In Christ,

Shaun Little

Apeleutheros said...

Perhaps my opening sentence on that last comment came more from the arrogance of my flesh than from the Spirit. I believe you do read your bible, and I do see that you want to bring across the point that not all come to God in the same way. I totally agree with you on that and there's a verse in Jude I have often quoted to both support and argue when either side of the coin becomes overly emphasized or neglected:

"Keep yourselves in the love of God, looking for the mercy of our Lord Jesus Christ unto eternal life. And of some have compassion, making a distinction: And others save with fear, pulling them out of the fire; hating even the garment spotted by the flesh." - Jude 1:21-23 NKJV

I would underline the part of the passage that states "making a distinction". Unfortunately many translations have miss interpreted or poorly rendered the passage (In fact The NIV omits it entirely), but the word used is also very close to the word for discernment or discerning. I personally think it would be better translated "discerning the difference". Jude is saying that there is a distinction to be made in our ministry of the Gospel; that we are to discern whom it is necessary to reach out to in love and mercy, and to whom it is necessary to save through fear. Do not forget "The fear of the Lord is the beginning of wisdom".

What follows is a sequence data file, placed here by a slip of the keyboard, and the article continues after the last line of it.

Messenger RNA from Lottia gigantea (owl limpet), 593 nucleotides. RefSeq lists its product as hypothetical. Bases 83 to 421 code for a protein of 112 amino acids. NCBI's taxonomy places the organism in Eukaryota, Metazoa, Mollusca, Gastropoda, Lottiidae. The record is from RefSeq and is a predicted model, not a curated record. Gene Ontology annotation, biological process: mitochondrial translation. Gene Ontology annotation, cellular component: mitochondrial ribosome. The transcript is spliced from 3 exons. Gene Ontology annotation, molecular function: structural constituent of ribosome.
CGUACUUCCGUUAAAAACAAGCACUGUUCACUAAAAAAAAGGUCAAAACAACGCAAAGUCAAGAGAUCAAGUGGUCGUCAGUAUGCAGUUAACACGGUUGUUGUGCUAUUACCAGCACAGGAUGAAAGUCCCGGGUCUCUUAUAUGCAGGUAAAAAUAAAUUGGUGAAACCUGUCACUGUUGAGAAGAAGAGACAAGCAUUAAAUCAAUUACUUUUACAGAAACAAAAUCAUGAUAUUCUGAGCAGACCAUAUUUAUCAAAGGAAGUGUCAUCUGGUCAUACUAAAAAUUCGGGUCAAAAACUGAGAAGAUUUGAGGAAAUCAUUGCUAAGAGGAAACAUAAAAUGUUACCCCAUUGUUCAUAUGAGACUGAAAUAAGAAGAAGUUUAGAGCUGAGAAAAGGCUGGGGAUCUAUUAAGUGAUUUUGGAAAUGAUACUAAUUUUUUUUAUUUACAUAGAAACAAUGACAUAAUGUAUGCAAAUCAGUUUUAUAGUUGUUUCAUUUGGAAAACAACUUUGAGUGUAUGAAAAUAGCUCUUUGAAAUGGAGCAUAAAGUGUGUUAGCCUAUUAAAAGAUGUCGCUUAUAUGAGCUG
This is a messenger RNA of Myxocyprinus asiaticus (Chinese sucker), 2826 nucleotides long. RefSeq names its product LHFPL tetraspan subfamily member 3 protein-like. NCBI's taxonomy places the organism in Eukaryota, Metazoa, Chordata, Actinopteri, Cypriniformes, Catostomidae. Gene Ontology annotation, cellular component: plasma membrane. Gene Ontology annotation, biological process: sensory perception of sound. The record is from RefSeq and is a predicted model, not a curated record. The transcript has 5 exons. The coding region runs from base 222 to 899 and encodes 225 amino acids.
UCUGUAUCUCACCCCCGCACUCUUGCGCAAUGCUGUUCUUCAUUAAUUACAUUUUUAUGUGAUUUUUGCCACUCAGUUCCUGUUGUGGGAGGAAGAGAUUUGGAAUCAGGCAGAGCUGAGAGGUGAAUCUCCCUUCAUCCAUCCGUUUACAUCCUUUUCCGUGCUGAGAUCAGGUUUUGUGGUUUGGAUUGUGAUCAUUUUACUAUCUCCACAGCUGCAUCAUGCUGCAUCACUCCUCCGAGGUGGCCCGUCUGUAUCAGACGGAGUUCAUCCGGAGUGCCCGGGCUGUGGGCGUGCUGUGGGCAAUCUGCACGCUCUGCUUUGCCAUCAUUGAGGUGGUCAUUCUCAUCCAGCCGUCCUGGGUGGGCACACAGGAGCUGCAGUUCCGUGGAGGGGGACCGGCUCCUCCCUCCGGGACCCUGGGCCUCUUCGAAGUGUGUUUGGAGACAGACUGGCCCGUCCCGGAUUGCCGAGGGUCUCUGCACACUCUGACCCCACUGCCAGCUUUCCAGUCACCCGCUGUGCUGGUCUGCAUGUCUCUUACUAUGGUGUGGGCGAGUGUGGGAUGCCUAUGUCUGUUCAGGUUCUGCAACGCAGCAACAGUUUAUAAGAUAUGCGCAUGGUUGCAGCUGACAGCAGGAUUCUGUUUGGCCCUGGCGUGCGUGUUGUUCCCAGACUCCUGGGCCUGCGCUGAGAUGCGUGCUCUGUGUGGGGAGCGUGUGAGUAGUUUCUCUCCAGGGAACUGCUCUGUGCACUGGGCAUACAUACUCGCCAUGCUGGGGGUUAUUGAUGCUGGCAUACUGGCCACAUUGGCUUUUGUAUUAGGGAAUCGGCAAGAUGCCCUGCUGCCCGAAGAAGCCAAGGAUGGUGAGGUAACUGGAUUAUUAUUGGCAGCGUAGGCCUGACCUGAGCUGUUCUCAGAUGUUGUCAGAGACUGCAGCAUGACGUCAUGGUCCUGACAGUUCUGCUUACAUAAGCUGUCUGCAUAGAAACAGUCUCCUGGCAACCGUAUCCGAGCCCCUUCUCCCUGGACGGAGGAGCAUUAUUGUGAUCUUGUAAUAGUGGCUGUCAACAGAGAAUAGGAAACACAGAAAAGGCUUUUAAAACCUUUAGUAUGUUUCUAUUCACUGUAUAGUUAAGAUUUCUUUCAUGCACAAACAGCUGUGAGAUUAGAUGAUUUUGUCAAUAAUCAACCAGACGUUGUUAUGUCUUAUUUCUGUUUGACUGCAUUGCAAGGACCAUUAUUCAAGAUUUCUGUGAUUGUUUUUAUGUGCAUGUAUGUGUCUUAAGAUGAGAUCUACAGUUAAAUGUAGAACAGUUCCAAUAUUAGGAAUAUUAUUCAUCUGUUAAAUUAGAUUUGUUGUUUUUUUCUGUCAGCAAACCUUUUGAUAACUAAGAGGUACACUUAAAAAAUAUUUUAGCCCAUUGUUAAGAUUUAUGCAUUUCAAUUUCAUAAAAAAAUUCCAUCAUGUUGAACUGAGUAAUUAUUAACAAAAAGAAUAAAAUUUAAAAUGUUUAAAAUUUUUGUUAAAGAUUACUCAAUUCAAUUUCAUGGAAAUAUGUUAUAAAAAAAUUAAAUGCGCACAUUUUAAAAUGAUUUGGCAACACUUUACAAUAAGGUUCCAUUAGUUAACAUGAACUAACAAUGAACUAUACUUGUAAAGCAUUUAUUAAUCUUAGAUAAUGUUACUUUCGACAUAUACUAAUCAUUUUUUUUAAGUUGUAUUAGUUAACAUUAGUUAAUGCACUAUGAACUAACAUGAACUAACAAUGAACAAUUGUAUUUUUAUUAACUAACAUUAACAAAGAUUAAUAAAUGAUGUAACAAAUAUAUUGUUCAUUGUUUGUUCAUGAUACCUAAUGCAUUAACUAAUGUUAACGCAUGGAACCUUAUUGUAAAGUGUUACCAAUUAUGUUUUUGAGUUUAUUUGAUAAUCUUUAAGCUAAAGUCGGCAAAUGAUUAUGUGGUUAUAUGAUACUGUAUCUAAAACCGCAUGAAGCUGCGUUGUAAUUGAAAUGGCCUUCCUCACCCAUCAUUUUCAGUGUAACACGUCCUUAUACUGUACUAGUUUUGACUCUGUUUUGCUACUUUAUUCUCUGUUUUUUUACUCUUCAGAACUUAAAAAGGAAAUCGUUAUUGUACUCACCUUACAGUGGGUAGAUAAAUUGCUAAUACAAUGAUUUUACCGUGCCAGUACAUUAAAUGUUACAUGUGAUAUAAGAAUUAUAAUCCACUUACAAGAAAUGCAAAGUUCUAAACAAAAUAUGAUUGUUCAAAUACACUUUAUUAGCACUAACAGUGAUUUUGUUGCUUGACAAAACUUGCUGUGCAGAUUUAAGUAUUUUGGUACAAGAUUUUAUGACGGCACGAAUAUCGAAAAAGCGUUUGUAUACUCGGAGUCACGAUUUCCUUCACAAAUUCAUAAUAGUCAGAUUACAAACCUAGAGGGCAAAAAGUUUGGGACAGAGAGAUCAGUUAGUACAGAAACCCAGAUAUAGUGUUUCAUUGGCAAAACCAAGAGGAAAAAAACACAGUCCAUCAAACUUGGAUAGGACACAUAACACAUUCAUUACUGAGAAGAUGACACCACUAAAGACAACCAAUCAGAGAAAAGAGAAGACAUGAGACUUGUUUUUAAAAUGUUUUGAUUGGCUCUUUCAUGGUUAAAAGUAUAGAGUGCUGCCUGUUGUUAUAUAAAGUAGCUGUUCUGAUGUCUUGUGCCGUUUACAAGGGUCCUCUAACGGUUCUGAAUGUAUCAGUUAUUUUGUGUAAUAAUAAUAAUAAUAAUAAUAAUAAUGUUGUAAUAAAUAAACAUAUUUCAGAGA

When I was in my sins I would often mock Christians because I thought the type of Christianity prevalent in America was limp wristed and candy coated. I remember how sugary sweet I thought they were and it seemed so phony. Their entertainment, their programs, their white picket fence smiles made me want to get sick. There was no power in it to save me, because I was a stubborn hard hearted young man who actually needed a good shaking (or to be taken behind the old wood shed), not a smile and/or comforting words. I sneered at that kinda stuff. It wasn't until God intervened in my life Himself and showed me both His love for me and His hatred for my sin that I was saved. I didn't see the fluffy Santa Claus Jesus of American Evangelicalism anymore, I was made to see a God who is: sovereign, powerful, genuinely grieved and angry with sin, but yet still loving and unwilling to remove His mercy, for the hope that some may come to the truth. I saw a righteous Father, both severe and merciful. Though that statement seems paradoxical He is the living solution which reconciles what we cannot reason in our minds...cont.

Apeleutheros said...

PS - Hey my last two comments got mixed up in there order. The 1st one is actually the 2nd part and the 2nd was the 1st. Kinda messes with the context a bit :)


Ron Dawson said...